Ukraine News: BP, Norway Pull Out of Russia; Chipmakers Cut Supplies; and More

One of the world’s supermajor oil companies, BP PLC (NYSE: BP) has announced that it will take a material noncash charge in the first quarter of this year as the company exits its nearly 20% stake in Russian oil producer Rosneft. BP CEO Bernard Looney and former CEO Bob Dudley are immediately resigning their seats on Rosneft’s board.

BP’s board chair, Helge Lund, commented:

We can no longer support bp representatives holding a role on the Rosneft board. The Rosneft holding is no longer aligned with bp’s business and strategy and it is now the board’s decision to exit bp’s shareholding in Rosneft. The bp board believes these decisions are in the best long-term interests of all our shareholders.

BP will no longer treat its stake in Rosneft as an equity interest. Instead, it will account for its position as a “financial asset measured at fair value.” The company expects to write down approximately $25 billion, comprising $14 billion in the difference between BP’s current carrying value and the fair value and another $11 billion primarily due to foreign exchange losses accumulated since 2013. BP also will remove its Rosneft dividend payments from its financial framework.

Norway’s $1.3 trillion sovereign wealth fund has announced that it has frozen any new investments in Russia and will dispose of all its Russian holdings. The fund’s investments in Russia total just $3.1 billion (0.2% of total assets). Norway also is boosting its humanitarian aid to Ukraine by about $225 million and will supply nonlethal aid, such as helmets and protective armor, to the country where “the Ukrainian people are fighting for their lives.”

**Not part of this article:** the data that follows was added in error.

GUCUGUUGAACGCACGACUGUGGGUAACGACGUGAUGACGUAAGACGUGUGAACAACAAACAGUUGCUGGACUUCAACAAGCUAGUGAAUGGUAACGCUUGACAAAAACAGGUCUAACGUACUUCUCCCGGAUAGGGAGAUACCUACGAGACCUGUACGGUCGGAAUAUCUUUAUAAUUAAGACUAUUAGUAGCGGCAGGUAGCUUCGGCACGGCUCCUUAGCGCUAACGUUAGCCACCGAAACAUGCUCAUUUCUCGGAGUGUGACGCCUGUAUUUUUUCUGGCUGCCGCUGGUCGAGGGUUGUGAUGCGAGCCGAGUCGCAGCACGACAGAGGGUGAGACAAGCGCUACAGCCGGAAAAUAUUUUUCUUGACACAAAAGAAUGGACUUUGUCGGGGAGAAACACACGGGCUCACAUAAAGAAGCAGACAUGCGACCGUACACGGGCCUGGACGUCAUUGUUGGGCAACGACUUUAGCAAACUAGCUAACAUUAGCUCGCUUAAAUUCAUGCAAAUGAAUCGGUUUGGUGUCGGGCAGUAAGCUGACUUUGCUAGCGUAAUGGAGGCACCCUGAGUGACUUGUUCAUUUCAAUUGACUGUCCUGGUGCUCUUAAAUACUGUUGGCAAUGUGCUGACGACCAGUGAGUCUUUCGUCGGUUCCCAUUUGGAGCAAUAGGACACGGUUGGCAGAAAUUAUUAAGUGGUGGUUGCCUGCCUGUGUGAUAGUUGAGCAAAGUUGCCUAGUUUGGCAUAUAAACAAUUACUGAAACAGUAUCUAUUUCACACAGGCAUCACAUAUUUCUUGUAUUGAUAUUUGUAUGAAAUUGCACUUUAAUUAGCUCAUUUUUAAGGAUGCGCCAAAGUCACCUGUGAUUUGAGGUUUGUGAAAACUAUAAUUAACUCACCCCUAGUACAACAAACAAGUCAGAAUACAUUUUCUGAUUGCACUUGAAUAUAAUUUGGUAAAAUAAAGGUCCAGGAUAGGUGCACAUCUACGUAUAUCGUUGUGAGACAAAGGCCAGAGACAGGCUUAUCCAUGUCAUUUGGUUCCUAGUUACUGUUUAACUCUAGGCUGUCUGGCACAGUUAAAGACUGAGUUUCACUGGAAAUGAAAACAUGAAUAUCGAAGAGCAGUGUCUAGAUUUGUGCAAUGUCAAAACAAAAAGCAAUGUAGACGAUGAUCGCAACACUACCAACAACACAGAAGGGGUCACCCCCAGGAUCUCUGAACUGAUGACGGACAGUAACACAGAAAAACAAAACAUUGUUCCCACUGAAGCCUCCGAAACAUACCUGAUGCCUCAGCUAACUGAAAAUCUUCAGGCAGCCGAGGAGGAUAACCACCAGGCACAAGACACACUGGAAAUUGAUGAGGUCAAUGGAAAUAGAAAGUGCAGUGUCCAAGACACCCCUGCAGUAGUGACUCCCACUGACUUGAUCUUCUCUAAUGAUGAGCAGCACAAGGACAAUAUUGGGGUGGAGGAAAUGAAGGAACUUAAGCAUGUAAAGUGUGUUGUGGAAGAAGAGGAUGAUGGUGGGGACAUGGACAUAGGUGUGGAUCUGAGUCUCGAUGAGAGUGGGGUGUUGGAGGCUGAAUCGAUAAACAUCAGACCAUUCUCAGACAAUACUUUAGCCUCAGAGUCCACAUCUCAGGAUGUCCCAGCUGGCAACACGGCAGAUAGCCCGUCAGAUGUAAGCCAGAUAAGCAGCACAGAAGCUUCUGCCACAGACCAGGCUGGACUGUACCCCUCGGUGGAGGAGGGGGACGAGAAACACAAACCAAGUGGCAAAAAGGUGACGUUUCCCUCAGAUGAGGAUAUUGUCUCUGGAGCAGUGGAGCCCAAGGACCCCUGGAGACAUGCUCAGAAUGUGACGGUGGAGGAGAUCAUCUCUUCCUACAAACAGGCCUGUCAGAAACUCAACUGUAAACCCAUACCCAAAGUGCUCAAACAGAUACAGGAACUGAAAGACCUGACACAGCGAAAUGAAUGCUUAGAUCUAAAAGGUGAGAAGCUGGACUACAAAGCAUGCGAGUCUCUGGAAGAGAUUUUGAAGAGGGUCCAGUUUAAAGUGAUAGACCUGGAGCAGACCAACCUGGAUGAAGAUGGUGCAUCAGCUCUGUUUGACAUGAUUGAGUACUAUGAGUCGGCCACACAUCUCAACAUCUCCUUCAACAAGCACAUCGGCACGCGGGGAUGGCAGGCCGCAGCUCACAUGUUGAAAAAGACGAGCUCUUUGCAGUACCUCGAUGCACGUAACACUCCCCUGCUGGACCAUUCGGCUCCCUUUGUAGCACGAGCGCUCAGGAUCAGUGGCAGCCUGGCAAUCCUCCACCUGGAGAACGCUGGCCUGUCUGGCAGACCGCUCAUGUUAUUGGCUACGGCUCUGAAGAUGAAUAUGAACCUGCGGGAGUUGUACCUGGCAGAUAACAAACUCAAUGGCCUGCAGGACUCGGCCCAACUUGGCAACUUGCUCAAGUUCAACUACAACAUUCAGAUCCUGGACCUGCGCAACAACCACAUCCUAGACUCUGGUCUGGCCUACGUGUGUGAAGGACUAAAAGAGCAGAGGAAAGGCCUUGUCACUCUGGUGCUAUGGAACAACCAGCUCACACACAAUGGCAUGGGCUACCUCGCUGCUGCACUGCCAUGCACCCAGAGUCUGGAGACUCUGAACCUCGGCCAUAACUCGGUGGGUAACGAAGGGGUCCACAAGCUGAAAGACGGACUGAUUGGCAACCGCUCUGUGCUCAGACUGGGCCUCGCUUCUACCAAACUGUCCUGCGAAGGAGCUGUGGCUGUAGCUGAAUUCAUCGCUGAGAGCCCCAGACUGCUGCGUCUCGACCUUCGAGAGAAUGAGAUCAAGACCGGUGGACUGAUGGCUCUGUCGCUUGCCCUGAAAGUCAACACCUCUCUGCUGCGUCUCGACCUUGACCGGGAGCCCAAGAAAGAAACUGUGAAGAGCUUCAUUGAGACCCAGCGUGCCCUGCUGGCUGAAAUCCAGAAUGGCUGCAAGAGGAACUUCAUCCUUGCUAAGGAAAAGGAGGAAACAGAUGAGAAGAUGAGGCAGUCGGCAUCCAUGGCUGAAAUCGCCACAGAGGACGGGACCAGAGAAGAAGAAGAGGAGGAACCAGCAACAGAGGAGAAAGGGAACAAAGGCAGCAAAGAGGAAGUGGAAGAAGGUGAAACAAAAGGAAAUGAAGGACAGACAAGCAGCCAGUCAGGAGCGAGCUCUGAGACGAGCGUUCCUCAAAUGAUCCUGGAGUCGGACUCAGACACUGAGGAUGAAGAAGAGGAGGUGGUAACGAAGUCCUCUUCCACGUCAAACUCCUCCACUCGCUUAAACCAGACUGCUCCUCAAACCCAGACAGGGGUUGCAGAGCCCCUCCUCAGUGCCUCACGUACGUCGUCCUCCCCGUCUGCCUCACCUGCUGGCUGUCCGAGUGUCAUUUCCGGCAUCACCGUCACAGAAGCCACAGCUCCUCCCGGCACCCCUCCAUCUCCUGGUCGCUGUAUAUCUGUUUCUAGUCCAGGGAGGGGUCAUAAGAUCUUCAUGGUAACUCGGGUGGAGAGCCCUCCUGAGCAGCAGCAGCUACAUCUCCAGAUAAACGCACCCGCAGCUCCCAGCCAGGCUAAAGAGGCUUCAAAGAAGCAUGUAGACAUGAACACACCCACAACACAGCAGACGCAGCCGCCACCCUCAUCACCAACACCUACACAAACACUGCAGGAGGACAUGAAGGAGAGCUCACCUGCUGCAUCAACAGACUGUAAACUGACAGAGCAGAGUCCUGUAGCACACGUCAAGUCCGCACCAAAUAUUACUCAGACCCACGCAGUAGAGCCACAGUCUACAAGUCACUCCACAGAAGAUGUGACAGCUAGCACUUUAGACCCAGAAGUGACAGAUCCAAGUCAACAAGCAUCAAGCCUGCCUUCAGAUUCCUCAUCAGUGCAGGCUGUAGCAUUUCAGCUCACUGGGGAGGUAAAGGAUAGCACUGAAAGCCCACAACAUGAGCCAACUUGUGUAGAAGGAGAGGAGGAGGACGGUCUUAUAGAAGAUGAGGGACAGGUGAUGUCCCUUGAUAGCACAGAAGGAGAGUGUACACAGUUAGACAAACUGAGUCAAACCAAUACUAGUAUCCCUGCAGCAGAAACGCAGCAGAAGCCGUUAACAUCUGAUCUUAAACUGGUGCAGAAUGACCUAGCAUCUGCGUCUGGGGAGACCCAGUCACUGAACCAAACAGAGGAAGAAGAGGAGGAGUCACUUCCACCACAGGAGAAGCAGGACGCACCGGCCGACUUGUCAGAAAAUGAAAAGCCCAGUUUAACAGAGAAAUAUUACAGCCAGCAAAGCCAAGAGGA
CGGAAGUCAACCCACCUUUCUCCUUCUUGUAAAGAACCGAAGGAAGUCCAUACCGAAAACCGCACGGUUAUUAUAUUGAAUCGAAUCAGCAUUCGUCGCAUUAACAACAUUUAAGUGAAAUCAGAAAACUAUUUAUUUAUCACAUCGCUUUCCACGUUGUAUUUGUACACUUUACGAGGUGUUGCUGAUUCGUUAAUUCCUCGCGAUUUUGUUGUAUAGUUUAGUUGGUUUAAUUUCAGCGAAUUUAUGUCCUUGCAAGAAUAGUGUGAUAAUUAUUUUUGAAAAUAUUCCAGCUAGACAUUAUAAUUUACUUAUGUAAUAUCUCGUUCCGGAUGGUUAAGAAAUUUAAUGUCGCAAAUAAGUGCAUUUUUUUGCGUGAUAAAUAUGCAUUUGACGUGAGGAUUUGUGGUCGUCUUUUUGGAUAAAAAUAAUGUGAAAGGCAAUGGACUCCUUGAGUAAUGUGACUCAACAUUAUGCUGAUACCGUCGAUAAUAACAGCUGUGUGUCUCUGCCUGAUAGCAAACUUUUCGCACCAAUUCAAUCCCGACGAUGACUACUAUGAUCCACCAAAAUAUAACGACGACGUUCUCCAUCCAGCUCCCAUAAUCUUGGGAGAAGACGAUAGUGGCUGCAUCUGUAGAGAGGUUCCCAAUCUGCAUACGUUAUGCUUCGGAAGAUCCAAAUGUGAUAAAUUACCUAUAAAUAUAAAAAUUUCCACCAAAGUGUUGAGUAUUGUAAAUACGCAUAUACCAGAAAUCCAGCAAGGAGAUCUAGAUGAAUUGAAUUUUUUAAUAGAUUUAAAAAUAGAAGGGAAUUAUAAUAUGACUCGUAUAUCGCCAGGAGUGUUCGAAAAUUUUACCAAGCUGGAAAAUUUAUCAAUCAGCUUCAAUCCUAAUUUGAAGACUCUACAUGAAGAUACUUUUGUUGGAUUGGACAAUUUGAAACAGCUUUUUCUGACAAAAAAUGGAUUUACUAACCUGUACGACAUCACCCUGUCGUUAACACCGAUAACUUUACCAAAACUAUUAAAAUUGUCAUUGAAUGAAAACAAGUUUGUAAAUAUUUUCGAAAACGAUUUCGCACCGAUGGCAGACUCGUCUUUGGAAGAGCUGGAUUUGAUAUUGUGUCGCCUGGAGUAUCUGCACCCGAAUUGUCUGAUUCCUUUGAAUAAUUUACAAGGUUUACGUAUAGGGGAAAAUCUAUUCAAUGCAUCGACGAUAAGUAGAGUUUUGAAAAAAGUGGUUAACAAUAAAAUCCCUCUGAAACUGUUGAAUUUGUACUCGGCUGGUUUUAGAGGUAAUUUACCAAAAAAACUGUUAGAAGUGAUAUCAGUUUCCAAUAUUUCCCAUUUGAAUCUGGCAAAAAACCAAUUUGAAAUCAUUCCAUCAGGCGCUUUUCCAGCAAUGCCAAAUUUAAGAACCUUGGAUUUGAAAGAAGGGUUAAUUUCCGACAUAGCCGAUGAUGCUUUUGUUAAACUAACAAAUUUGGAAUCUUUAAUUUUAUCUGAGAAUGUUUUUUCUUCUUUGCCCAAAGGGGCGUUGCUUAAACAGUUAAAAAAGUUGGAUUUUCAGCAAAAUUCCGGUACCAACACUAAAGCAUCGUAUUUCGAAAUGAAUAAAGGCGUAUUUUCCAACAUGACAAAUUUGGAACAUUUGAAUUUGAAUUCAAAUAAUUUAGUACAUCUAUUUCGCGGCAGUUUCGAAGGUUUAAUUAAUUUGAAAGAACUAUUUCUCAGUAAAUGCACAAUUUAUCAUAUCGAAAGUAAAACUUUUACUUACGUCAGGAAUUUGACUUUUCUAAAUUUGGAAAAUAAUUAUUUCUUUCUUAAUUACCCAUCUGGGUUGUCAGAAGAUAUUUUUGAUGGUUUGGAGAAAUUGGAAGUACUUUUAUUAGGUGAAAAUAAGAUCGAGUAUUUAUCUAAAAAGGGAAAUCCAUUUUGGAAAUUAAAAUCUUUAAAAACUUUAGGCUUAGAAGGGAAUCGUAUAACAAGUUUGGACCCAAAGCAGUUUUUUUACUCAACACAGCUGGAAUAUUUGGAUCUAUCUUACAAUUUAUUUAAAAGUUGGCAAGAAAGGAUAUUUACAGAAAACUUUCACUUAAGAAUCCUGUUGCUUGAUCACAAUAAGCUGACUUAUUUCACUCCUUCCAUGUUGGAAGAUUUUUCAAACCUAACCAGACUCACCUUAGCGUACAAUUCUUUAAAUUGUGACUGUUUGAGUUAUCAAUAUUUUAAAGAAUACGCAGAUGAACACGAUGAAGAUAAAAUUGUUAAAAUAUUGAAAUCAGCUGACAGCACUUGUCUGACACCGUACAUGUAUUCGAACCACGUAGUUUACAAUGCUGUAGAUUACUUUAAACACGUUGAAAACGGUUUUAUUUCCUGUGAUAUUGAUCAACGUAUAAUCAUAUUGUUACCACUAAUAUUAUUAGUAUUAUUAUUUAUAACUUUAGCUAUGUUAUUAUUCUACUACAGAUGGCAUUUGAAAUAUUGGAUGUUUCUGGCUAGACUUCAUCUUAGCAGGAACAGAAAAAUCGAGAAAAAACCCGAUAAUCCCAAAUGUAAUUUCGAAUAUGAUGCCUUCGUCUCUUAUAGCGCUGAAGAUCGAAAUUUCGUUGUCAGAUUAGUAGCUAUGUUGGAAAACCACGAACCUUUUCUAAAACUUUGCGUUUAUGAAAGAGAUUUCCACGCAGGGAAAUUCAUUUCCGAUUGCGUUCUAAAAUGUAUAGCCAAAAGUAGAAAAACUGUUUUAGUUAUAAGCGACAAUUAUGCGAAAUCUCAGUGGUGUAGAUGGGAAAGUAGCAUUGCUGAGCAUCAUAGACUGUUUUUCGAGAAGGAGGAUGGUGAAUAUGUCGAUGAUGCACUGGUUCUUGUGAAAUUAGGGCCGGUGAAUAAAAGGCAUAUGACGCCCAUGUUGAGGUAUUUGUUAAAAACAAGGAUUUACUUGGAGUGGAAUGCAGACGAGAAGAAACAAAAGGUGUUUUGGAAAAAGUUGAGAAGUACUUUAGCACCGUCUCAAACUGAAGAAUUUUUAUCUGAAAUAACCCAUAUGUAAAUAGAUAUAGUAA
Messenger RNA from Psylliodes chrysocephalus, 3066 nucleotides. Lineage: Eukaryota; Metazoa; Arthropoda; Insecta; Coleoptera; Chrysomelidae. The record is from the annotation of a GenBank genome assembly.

Chipmaking giant Taiwan Semiconductor Manufacturing Co. Ltd. (NYSE: TSM) said last Friday that it has begun stopping all sales to Russia and to other customers who supply products to Russia. According to a report in The Washington Post, GlobalFoundries Inc. (NASDAQ: GFS), also has announced that it has begun to comply with the sanctions announced last week, while Intel Corp. (NASDAQ: INTC) has said only that it “complies with all applicable export regulations and sanctions,” which includes the current sanctions on Russia.

Ukraine’s digital minister, Mykhailo Fedorov, last Friday called on Apple CEO Tim Cook to cut products and services, including the company’s App Store, to Russia. Fedorov has made similar appeals to Meta/Facebook, Google/YouTube, Twitter and Netflix.

Sanctions on the Bank of Russia, the country’s central bank, have forced the bank to more than double its interest rate Monday morning to 20% in an effort to prop up the ruble. Rubles had dropped more than 25% and traded at around 100 to the dollar. Sanctions on the Bank of Russia have essentially frozen the country’s access to about half of its $630 billion in foreign exchange reserves. For a clear summary of the sanctions imposed on Friday and their effects on the Russian economy, this explainer from Noah Smith is a good place to start.

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